“Media companies can’t simply walk away from revenue and profits without there being some consequences”

Jeff Kagan, an independent analyst and author who has followed the industry for years, believes there is a trickle-down effect that is understated. The cable industry is focused on charging customers more each year and earning more for shareholders, which investors love but obviously customers hate.

“Traditionally when customers complain pricing is too high, the company feels the pinch and cuts the price, but cable television isn’t a two-part system,” says Kagan. “Instead, it’s a three-part system. If customers complain to the cable company, they aren’t complaining to the only party that matters. The third party is the networks who always charge more, year after year.”

Part of the reason they do is because the talent also wants more. In fact, a lot of stakeholders have to get paid. Complaining about the cost of accessing content might directly relate to what it costs to produce a show and what actors and actresses in hot shows are demanding for pay raises. A good example is Friends, where all six regular cast members wanted $1 million per episode. That, along with more elaborate shooting locations and larger crews, has likely contributed to this trickle-down effect.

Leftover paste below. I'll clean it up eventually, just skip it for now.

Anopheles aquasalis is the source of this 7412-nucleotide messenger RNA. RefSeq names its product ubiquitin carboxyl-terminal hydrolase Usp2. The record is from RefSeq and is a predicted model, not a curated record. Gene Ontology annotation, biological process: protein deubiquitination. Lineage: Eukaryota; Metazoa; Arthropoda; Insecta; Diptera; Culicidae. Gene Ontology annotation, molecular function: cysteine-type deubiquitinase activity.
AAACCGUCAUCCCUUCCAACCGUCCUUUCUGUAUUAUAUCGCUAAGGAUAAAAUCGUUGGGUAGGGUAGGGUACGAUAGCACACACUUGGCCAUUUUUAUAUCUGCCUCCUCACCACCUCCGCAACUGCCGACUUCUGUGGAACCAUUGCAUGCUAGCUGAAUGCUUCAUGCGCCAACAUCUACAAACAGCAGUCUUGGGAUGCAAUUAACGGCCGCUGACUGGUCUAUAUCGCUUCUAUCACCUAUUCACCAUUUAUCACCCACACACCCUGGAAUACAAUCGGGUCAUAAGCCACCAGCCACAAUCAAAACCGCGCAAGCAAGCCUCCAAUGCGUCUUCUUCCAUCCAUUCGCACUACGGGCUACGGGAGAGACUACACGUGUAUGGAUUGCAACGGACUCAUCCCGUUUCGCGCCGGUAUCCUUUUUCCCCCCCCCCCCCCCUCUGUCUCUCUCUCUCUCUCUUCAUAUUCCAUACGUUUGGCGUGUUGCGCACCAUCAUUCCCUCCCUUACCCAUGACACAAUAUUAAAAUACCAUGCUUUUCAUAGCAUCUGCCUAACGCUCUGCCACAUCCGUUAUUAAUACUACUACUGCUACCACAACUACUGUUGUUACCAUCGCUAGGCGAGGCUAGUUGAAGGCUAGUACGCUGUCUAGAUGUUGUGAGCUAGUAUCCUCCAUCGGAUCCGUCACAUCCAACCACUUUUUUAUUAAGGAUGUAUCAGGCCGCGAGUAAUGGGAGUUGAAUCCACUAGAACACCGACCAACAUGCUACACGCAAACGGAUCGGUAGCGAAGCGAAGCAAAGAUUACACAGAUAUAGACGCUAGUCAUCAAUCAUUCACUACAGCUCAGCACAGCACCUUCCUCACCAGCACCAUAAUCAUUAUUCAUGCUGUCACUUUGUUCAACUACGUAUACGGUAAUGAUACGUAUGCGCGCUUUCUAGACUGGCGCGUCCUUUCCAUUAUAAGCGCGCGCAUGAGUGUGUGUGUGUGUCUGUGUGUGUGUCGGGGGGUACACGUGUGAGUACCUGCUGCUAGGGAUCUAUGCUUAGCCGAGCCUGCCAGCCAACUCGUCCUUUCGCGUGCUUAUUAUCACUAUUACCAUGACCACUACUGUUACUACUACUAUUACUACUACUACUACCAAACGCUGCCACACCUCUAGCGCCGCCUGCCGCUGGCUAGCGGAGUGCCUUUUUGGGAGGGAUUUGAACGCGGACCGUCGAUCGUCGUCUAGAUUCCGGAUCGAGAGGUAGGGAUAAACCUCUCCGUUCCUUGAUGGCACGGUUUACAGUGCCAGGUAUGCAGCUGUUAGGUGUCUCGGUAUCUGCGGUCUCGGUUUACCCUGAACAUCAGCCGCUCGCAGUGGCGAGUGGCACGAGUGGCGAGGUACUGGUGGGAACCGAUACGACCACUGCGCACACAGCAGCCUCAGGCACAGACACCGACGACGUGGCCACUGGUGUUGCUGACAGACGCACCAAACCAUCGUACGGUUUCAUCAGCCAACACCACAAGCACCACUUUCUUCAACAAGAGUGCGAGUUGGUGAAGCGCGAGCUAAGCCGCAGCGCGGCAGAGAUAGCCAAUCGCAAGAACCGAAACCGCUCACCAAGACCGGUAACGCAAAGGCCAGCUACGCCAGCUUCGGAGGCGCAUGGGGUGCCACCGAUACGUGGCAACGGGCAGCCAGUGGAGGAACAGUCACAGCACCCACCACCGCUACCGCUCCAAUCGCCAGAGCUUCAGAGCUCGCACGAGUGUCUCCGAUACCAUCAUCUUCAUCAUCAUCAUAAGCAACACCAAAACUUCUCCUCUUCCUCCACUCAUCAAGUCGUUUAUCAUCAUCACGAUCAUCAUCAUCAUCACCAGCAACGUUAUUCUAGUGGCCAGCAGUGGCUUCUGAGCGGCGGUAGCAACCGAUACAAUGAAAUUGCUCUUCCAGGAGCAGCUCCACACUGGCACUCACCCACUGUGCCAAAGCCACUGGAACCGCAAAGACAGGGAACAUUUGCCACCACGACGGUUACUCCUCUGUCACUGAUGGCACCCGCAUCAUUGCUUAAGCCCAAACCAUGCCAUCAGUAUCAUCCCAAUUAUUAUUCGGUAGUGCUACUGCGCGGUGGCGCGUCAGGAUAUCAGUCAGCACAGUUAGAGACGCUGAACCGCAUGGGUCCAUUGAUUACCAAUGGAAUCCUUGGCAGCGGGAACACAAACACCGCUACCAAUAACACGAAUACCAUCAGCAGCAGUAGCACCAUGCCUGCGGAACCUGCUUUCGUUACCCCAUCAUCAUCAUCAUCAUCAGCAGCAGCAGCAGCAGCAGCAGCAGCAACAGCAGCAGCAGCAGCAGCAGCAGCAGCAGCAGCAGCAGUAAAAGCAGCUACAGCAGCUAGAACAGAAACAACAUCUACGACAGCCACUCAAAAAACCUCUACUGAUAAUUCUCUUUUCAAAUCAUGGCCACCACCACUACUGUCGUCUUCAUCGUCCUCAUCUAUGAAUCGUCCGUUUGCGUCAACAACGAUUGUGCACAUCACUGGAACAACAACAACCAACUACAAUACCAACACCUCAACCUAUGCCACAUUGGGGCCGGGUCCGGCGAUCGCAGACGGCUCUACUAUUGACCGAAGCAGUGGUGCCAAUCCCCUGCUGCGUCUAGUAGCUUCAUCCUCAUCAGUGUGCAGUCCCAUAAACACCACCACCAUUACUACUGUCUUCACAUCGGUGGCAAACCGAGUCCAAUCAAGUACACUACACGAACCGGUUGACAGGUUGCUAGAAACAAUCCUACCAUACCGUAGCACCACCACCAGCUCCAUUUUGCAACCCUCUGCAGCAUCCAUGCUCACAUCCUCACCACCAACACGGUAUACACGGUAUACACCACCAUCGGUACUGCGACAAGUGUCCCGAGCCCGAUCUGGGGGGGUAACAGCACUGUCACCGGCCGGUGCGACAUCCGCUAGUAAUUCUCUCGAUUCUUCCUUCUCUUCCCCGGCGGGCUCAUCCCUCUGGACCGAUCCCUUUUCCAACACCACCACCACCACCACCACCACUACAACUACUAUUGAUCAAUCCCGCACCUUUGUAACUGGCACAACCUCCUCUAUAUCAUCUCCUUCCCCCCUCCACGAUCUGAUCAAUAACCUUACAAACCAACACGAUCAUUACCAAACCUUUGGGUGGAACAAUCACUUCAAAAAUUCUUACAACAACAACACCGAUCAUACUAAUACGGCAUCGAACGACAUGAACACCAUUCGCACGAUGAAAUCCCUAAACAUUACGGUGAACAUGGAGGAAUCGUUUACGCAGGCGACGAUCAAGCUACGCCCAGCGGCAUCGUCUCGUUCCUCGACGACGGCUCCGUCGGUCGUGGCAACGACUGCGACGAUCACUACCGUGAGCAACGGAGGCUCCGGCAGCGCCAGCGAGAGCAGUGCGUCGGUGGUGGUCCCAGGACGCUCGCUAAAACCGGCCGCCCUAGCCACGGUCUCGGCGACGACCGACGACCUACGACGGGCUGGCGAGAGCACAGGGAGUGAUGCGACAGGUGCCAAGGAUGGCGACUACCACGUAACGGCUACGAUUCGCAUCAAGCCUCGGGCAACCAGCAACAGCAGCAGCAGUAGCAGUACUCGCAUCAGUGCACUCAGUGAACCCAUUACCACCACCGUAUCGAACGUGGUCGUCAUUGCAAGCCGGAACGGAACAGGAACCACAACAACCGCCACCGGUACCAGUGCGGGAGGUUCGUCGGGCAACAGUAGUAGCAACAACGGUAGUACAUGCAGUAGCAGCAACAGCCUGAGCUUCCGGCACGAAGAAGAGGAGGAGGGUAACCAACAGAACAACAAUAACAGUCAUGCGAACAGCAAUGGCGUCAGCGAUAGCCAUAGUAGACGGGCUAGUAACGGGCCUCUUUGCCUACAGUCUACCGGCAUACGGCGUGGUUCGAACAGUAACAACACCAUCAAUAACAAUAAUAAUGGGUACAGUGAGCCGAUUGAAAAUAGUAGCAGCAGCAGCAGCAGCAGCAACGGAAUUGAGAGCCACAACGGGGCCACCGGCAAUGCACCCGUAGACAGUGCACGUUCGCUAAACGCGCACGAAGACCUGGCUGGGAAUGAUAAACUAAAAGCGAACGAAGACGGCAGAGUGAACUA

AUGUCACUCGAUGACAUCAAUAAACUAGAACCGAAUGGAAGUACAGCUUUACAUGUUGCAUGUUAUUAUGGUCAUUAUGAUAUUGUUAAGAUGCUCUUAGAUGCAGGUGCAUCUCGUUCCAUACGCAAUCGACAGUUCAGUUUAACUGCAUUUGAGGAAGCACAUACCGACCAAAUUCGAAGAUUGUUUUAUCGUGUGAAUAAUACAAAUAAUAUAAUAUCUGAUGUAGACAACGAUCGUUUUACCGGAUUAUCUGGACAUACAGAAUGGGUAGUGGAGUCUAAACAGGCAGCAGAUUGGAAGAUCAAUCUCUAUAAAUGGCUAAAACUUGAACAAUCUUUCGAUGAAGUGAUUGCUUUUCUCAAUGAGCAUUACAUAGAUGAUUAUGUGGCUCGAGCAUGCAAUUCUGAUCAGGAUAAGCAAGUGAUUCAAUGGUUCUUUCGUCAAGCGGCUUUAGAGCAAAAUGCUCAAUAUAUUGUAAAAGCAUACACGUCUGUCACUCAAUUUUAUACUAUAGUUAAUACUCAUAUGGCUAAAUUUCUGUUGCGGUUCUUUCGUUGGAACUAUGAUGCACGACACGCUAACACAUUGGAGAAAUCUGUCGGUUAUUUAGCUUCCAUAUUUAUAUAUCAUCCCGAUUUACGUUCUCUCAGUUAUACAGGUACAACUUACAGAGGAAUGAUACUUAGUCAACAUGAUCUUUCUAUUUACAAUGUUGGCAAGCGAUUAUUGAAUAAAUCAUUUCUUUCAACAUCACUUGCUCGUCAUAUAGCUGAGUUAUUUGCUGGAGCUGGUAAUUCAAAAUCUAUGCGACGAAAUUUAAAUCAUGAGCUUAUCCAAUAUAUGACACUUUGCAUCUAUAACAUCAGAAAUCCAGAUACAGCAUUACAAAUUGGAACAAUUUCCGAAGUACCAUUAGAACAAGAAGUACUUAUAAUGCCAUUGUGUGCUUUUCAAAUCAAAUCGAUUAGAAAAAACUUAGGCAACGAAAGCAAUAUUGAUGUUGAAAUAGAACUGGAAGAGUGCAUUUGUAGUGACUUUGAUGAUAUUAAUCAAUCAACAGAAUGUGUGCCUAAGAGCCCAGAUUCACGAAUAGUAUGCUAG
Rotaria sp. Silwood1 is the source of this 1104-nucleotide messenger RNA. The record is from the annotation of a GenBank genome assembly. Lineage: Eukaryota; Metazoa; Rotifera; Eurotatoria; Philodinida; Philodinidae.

“If the cast of Modern Family goes on strike demanding higher wages, that can trickle down, just like with the high-profile demands of the cast of Friends and for sports programming costs,” says Ireland. “So consumers that clamor for a la carte need to understand that, for better or worse, depending on one’s perspective, there’s a bigger business model that results in the situation we now have and there are many parties on which to place blame if we’re looking for someone to blame.”

Calling it a “broken model” that is essentially unsustainable, Kagan believes the current system protects pay-TV companies and punishes customers unfairly. Regulators back in the day never could’ve imagined this scenario when the system was first set up, but reforming it now will require some trade-offs on all sides.